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I would like to do a lot of inserts, but could it be possible to update mysql after a while.

For example if there is a query such as

Update views_table SET views = views + 1 WHERE id = 12;

Could it not be possible to maybe store this query until the views have gone up to 100 and then run the following instead of running the query from above 100 times.

Update views_table SET views = views + 100 WHERE id = 12;

Now, lets say that is done, then comes the problem of data integrity. Let's say, there are 100 php files open which are all about to run the same query. Now unless there is a locking mechanism on incrementing the cached views, there is a possibility that multiple files may have a same value of the cached view, so lets say process 1 may have 25 cached views and php process 2 may have 25 views and process 3 may have 27 views from the file. Now lets say process 3 finishes and increments the counter to 28. Then lets say php process is about finish and it finished just after process 3, which means that the counter would be brought back down to 26.

So do you guys have any solutions that are fast but are data secure as well.

Thanks

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2 Answers 2

up vote 2 down vote accepted

As long as your queries use relative values views=views+5, there should be no problems.

Only if you store the value somewhere in your script, and then calculate the new value yourself,you might run into trouble. But why would you want to do this? Actually, why do you want to do all of this in the first place? :)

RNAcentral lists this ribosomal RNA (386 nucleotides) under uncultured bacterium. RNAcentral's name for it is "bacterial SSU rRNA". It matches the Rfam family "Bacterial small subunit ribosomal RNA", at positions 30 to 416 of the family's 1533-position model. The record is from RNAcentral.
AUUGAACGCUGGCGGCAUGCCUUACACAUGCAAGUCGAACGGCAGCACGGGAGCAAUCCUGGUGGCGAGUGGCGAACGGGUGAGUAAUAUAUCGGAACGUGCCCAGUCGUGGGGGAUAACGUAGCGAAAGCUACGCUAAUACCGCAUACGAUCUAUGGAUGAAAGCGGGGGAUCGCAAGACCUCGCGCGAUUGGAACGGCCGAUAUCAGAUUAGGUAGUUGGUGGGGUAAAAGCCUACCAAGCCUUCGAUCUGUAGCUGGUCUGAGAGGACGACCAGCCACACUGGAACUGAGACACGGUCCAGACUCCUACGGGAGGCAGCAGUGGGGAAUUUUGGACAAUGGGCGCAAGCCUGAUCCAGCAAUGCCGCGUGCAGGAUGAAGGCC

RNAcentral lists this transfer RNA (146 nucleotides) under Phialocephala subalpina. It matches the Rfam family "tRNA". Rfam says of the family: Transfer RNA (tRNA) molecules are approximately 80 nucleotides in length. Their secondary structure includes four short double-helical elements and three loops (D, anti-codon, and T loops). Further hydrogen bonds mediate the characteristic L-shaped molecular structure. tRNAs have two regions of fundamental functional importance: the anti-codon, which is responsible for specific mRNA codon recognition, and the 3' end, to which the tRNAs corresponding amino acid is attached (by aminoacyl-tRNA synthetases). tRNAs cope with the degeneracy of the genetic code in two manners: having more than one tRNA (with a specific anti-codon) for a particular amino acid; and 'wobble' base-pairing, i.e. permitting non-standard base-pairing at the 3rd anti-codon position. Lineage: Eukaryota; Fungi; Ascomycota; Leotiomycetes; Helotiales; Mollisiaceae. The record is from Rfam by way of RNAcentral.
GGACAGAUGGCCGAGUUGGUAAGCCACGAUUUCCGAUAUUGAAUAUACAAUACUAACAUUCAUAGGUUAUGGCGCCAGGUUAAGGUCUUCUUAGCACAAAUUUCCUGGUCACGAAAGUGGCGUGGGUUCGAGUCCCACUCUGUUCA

If you don't want to overload the database, you could use UPDATE LOW_PRIORITY table set ..., the LOW_PRIORITY keyword will put the update action in a queue and wait for the table to no longer be used by reads or inserts.

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Good answer, but just to clarify: a LOW_PRIORITY query will still 'hang' until it can run (giving time to reads & inserts indeed, but not to the current process), it is explictly NOT the same as INSERT DELAYED for instance (which cannot be used here, but does put the INSERT in a queue and will let you go on your merry way). The queue talked about here in with regards to LOW_PRIORITY is of processes already 'waiting to get access'. –  Wrikken Mar 28 '11 at 22:03
    
oh ok, thats great...What about situations if there are several thousand updates per second –  Vish Mar 29 '11 at 10:26

First of all: with these queries: regardless of when a process starts, the UPDATE .. SET col = col + 1 is a safe operation, so it will not 'decrease' the counter, ever.

Regarding to 'store this query until the views have gone up to 100 and then run the following instead of running the query from above 100 times': not really. You can store a counter in faster memory (memcached comes to mind), with a process that transfers it to the database once in a while, or store it in another table with a AFTER UPDATE trigger, but I don't really see a point doing that.

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so do you advice running the query a 100 times –  Vish Mar 28 '11 at 22:42
    
A 100 times per week? Per day? Per minute? –  Konerak Mar 29 '11 at 9:19
1  
If you really need to run it a LOT of times and your DB can't keep up, you might consider using something like memcached to store the variable, and only updating the database every X times - but as long as there are no problems, don't start optimizing prematurely. –  Konerak Mar 29 '11 at 9:21
    
I would advise parsing access_logs the web server has made at your leisure if you don't need to have realtime data. Choose a moment your server is doing little anyway (in the middle of the night perhaps, but it may depend on the site itself) to parse the logs, update the corresponding view counts, and be done with it. Zero overhead on your normal pageloads, updating at your leisure. –  Wrikken Mar 29 '11 at 13:58

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